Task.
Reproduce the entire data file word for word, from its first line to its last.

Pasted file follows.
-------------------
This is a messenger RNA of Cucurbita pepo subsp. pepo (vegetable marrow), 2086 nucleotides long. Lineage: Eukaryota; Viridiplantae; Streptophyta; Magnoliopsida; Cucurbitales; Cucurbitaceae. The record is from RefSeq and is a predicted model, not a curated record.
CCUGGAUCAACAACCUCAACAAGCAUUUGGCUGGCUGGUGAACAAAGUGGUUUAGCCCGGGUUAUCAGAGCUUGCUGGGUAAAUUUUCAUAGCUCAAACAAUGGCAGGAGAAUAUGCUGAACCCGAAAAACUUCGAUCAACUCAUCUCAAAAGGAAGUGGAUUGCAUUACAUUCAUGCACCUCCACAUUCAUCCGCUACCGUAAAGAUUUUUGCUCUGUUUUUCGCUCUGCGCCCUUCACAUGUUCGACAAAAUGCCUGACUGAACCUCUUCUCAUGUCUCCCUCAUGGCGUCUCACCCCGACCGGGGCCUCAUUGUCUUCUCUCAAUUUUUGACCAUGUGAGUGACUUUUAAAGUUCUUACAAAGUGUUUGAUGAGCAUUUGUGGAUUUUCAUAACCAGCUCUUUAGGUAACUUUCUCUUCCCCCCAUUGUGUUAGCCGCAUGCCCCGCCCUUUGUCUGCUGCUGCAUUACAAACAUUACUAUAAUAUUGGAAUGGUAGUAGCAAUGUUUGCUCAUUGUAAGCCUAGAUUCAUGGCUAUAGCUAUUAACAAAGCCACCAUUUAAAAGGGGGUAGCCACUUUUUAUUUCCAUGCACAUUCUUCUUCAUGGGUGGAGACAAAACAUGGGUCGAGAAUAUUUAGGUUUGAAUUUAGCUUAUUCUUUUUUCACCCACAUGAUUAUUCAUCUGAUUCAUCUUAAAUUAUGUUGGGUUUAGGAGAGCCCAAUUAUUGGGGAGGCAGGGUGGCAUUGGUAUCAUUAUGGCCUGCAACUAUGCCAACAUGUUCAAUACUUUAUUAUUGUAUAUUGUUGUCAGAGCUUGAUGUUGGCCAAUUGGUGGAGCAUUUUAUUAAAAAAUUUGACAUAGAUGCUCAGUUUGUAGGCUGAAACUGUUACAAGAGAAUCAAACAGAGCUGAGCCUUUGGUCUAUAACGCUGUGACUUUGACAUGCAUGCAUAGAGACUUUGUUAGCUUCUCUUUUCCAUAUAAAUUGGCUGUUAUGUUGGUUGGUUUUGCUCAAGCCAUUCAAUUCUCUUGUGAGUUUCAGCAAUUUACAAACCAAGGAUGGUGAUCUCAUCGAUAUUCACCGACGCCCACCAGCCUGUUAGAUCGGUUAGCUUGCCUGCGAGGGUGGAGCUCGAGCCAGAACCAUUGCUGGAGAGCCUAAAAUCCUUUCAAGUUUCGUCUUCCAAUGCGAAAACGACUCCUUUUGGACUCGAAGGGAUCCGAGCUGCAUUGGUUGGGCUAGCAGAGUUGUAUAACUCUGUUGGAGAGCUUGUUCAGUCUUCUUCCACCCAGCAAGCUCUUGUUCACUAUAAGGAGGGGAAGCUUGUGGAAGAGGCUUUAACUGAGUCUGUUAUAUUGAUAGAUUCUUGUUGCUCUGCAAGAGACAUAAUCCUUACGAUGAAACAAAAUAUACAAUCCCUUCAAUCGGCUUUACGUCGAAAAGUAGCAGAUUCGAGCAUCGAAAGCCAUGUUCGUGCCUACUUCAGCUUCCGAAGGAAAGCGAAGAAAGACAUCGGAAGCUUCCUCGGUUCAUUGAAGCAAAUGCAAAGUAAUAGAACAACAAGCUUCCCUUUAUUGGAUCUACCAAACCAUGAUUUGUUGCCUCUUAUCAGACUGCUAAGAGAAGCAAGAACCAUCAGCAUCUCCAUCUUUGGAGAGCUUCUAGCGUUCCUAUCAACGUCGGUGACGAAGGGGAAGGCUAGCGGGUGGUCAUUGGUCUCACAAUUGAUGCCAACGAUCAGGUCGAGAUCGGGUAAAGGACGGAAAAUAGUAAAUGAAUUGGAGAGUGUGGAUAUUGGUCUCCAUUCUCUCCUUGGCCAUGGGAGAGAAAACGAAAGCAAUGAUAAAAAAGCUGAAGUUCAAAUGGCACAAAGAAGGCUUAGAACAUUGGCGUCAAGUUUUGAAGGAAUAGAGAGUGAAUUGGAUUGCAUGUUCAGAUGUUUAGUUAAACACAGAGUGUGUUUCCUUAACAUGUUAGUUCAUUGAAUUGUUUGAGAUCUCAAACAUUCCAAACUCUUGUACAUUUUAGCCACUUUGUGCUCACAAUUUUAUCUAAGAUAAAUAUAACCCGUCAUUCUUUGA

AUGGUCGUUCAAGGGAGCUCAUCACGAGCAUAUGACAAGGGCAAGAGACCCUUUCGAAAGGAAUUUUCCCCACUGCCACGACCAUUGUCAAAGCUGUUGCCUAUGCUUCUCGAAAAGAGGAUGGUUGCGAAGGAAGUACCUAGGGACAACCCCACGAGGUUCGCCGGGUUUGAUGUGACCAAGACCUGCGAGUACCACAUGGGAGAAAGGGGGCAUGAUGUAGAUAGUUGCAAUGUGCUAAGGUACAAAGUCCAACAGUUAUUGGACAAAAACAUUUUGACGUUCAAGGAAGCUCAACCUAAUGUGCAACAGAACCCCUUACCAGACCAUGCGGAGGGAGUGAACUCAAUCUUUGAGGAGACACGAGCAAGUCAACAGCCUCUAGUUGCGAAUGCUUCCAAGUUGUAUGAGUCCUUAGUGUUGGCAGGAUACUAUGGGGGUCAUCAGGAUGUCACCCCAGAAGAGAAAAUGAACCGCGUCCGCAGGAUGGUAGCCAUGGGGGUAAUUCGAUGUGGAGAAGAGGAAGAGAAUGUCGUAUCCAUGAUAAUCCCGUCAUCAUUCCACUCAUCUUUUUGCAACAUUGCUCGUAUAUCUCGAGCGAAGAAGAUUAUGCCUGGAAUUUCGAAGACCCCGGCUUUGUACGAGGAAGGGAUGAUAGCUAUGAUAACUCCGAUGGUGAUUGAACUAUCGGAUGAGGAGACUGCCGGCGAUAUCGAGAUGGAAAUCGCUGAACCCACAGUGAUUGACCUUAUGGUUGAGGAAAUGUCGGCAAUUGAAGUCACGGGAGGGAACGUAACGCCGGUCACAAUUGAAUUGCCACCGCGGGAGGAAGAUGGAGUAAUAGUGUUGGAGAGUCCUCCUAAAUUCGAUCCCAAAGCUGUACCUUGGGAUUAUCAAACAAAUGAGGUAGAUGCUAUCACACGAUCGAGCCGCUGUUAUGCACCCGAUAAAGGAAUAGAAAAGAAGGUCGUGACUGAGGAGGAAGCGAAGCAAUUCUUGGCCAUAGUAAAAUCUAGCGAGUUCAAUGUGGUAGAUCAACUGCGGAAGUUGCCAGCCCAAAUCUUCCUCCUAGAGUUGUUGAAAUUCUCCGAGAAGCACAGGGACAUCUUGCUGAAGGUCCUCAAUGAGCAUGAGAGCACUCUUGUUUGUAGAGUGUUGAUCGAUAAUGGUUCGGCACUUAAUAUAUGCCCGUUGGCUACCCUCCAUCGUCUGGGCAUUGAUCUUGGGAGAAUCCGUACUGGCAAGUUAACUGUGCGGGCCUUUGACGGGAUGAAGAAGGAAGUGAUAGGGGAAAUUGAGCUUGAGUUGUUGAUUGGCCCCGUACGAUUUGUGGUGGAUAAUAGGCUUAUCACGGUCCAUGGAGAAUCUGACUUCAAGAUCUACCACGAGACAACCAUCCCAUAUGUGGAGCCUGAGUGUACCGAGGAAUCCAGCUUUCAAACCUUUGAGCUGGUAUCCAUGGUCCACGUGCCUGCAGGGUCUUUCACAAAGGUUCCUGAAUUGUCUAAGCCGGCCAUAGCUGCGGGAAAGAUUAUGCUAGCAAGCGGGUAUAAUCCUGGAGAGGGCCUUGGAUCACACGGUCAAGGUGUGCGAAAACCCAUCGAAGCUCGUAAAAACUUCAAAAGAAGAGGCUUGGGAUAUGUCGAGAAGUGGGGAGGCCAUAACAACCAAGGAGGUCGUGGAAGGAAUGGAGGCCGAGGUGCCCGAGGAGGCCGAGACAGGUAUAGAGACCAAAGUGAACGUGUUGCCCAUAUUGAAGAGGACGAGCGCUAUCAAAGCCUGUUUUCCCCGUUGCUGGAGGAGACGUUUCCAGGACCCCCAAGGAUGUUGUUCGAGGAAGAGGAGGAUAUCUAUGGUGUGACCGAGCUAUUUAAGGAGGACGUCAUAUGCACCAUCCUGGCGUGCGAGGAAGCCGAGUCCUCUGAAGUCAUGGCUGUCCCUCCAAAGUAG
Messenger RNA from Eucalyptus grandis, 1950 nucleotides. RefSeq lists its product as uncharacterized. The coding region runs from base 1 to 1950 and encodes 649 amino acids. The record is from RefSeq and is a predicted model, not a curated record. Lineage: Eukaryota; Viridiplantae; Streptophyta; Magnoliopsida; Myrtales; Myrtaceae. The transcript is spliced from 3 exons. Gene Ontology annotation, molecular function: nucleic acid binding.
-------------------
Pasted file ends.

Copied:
This is a messenger RNA of Cucurbita pepo subsp. pepo (vegetable marrow), 2086 nucleotides long. Lineage: Eukaryota; Viridiplantae; Streptophyta; Magnoliopsida; Cucurbitales; Cucurbitaceae. The record is from RefSeq and is a predicted model, not a curated record.
CCUGGAUCAACAACCUCAACAAGCAUUUGGCUGGCUGGUGAACAAAGUGGUUUAGCCCGGGUUAUCAGAGCUUGCUGGGUAAAUUUUCAUAGCUCAAACAAUGGCAGGAGAAUAUGCUGAACCCGAAAAACUUCGAUCAACUCAUCUCAAAAGGAAGUGGAUUGCAUUACAUUCAUGCACCUCCACAUUCAUCCGCUACCGUAAAGAUUUUUGCUCUGUUUUUCGCUCUGCGCCCUUCACAUGUUCGACAAAAUGCCUGACUGAACCUCUUCUCAUGUCUCCCUCAUGGCGUCUCACCCCGACCGGGGCCUCAUUGUCUUCUCUCAAUUUUUGACCAUGUGAGUGACUUUUAAAGUUCUUACAAAGUGUUUGAUGAGCAUUUGUGGAUUUUCAUAACCAGCUCUUUAGGUAACUUUCUCUUCCCCCCAUUGUGUUAGCCGCAUGCCCCGCCCUUUGUCUGCUGCUGCAUUACAAACAUUACUAUAAUAUUGGAAUGGUAGUAGCAAUGUUUGCUCAUUGUAAGCCUAGAUUCAUGGCUAUAGCUAUUAACAAAGCCACCAUUUAAAAGGGGGUAGCCACUUUUUAUUUCCAUGCACAUUCUUCUUCAUGGGUGGAGACAAAACAUGGGUCGAGAAUAUUUAGGUUUGAAUUUAGCUUAUUCUUUUUUCACCCACAUGAUUAUUCAUCUGAUUCAUCUUAAAUUAUGUUGGGUUUAGGAGAGCCCAAUUAUUGGGGAGGCAGGGUGGCAUUGGUAUCAUUAUGGCCUGCAACUAUGCCAACAUGUUCAAUACUUUAUUAUUGUAUAUUGUUGUCAGAGCUUGAUGUUGGCCAAUUGGUGGAGCAUUUUAUUAAAAAAUUUGACAUAGAUGCUCAGUUUGUAGGCUGAAACUGUUACAAGAGAAUCAAACAGAGCUGAGCCUUUGGUCUAUAACGCUGUGACUUUGACAUGCAUGCAUAGAGACUUUGUUAGCUUCUCUUUUCCAUAUAAAUUGGCUGUUAUGUUGGUUGGUUUUGCUCAAGCCAUUCAAUUCUCUUGUGAGUUUCAGCAAUUUACAAACCAAGGAUGGUGAUCUCAUCGAUAUUCACCGACGCCCACCAGCCUGUUAGAUCGGUUAGCUUGCCUGCGAGGGUGGAGCUCGAGCCAGAACCAUUGCUGGAGAGCCUAAAAUCCUUUCAAGUUUCGUCUUCCAAUGCGAAAACGACUCCUUUUGGACUCGAAGGGAUCCGAGCUGCAUUGGUUGGGCUAGCAGAGUUGUAUAACUCUGUUGGAGAGCUUGUUCAGUCUUCUUCCACCCAGCAAGCUCUUGUUCACUAUAAGGAGGGGAAGCUUGUGGAAGAGGCUUUAACUGAGUCUGUUAUAUUGAUAGAUUCUUGUUGCUCUGCAAGAGACAUAAUCCUUACGAUGAAACAAAAUAUACAAUCCCUUCAAUCGGCUUUACGUCGAAAAGUAGCAGAUUCGAGCAUCGAAAGCCAUGUUCGUGCCUACUUCAGCUUCCGAAGGAAAGCGAAGAAAGACAUCGGAAGCUUCCUCGGUUCAUUGAAGCAAAUGCAAAGUAAUAGAACAACAAGCUUCCCUUUAUUGGAUCUACCAAACCAUGAUUUGUUGCCUCUUAUCAGACUGCUAAGAGAAGCAAGAACCAUCAGCAUCUCCAUCUUUGGAGAGCUUCUAGCGUUCCUAUCAACGUCGGUGACGAAGGGGAAGGCUAGCGGGUGGUCAUUGGUCUCACAAUUGAUGCCAACGAUCAGGUCGAGAUCGGGUAAAGGACGGAAAAUAGUAAAUGAAUUGGAGAGUGUGGAUAUUGGUCUCCAUUCUCUCCUUGGCCAUGGGAGAGAAAACGAAAGCAAUGAUAAAAAAGCUGAAGUUCAAAUGGCACAAAGAAGGCUUAGAACAUUGGCGUCAAGUUUUGAAGGAAUAGAGAGUGAAUUGGAUUGCAUGUUCAGAUGUUUAGUUAAACACAGAGUGUGUUUCCUUAACAUGUUAGUUCAUUGAAUUGUUUGAGAUCUCAAACAUUCCAAACUCUUGUACAUUUUAGCCACUUUGUGCUCACAAUUUUAUCUAAGAUAAAUAUAACCCGUCAUUCUUUGA

AUGGUCGUUCAAGGGAGCUCAUCACGAGCAUAUGACAAGGGCAAGAGACCCUUUCGAAAGGAAUUUUCCCCACUGCCACGACCAUUGUCAAAGCUGUUGCCUAUGCUUCUCGAAAAGAGGAUGGUUGCGAAGGAAGUACCUAGGGACAACCCCACGAGGUUCGCCGGGUUUGAUGUGACCAAGACCUGCGAGUACCACAUGGGAGAAAGGGGGCAUGAUGUAGAUAGUUGCAAUGUGCUAAGGUACAAAGUCCAACAGUUAUUGGACAAAAACAUUUUGACGUUCAAGGAAGCUCAACCUAAUGUGCAACAGAACCCCUUACCAGACCAUGCGGAGGGAGUGAACUCAAUCUUUGAGGAGACACGAGCAAGUCAACAGCCUCUAGUUGCGAAUGCUUCCAAGUUGUAUGAGUCCUUAGUGUUGGCAGGAUACUAUGGGGGUCAUCAGGAUGUCACCCCAGAAGAGAAAAUGAACCGCGUCCGCAGGAUGGUAGCCAUGGGGGUAAUUCGAUGUGGAGAAGAGGAAGAGAAUGUCGUAUCCAUGAUAAUCCCGUCAUCAUUCCACUCAUCUUUUUGCAACAUUGCUCGUAUAUCUCGAGCGAAGAAGAUUAUGCCUGGAAUUUCGAAGACCCCGGCUUUGUACGAGGAAGGGAUGAUAGCUAUGAUAACUCCGAUGGUGAUUGAACUAUCGGAUGAGGAGACUGCCGGCGAUAUCGAGAUGGAAAUCGCUGAACCCACAGUGAUUGACCUUAUGGUUGAGGAAAUGUCGGCAAUUGAAGUCACGGGAGGGAACGUAACGCCGGUCACAAUUGAAUUGCCACCGCGGGAGGAAGAUGGAGUAAUAGUGUUGGAGAGUCCUCCUAAAUUCGAUCCCAAAGCUGUACCUUGGGAUUAUCAAACAAAUGAGGUAGAUGCUAUCACACGAUCGAGCCGCUGUUAUGCACCCGAUAAAGGAAUAGAAAAGAAGGUCGUGACUGAGGAGGAAGCGAAGCAAUUCUUGGCCAUAGUAAAAUCUAGCGAGUUCAAUGUGGUAGAUCAACUGCGGAAGUUGCCAGCCCAAAUCUUCCUCCUAGAGUUGUUGAAAUUCUCCGAGAAGCACAGGGACAUCUUGCUGAAGGUCCUCAAUGAGCAUGAGAGCACUCUUGUUUGUAGAGUGUUGAUCGAUAAUGGUUCGGCACUUAAUAUAUGCCCGUUGGCUACCCUCCAUCGUCUGGGCAUUGAUCUUGGGAGAAUCCGUACUGGCAAGUUAACUGUGCGGGCCUUUGACGGGAUGAAGAAGGAAGUGAUAGGGGAAAUUGAGCUUGAGUUGUUGAUUGGCCCCGUACGAUUUGUGGUGGAUAAUAGGCUUAUCACGGUCCAUGGAGAAUCUGACUUCAAGAUCUACCACGAGACAACCAUCCCAUAUGUGGAGCCUGAGUGUACCGAGGAAUCCAGCUUUCAAACCUUUGAGCUGGUAUCCAUGGUCCACGUGCCUGCAGGGUCUUUCACAAAGGUUCCUGAAUUGUCUAAGCCGGCCAUAGCUGCGGGAAAGAUUAUGCUAGCAAGCGGGUAUAAUCCUGGAGAGGGCCUUGGAUCACACGGUCAAGGUGUGCGAAAACCCAUCGAAGCUCGUAAAAACUUCAAAAGAAGAGGCUUGGGAUAUGUCGAGAAGUGGGGAGGCCAUAACAACCAAGGAGGUCGUGGAAGGAAUGGAGGCCGAGGUGCCCGAGGAGGCCGAGACAGGUAUAGAGACCAAAGUGAACGUGUUGCCCAUAUUGAAGAGGACGAGCGCUAUCAAAGCCUGUUUUCCCCGUUGCUGGAGGAGACGUUUCCAGGACCCCCAAGGAUGUUGUUCGAGGAAGAGGAGGAUAUCUAUGGUGUGACCGAGCUAUUUAAGGAGGACGUCAUAUGCACCAUCCUGGCGUGCGAGGAAGCCGAGUCCUCUGAAGUCAUGGCUGUCCCUCCAAAGUAG
Messenger RNA from Eucalyptus grandis, 1950 nucleotides. RefSeq lists its product as uncharacterized. The coding region runs from base 1 to 1950 and encodes 649 amino acids. The record is from RefSeq and is a predicted model, not a curated record. Lineage: Eukaryota; Viridiplantae; Streptophyta; Magnoliopsida; Myrtales; Myrtaceae. The transcript is spliced from 3 exons. Gene Ontology annotation, molecular function: nucleic acid binding.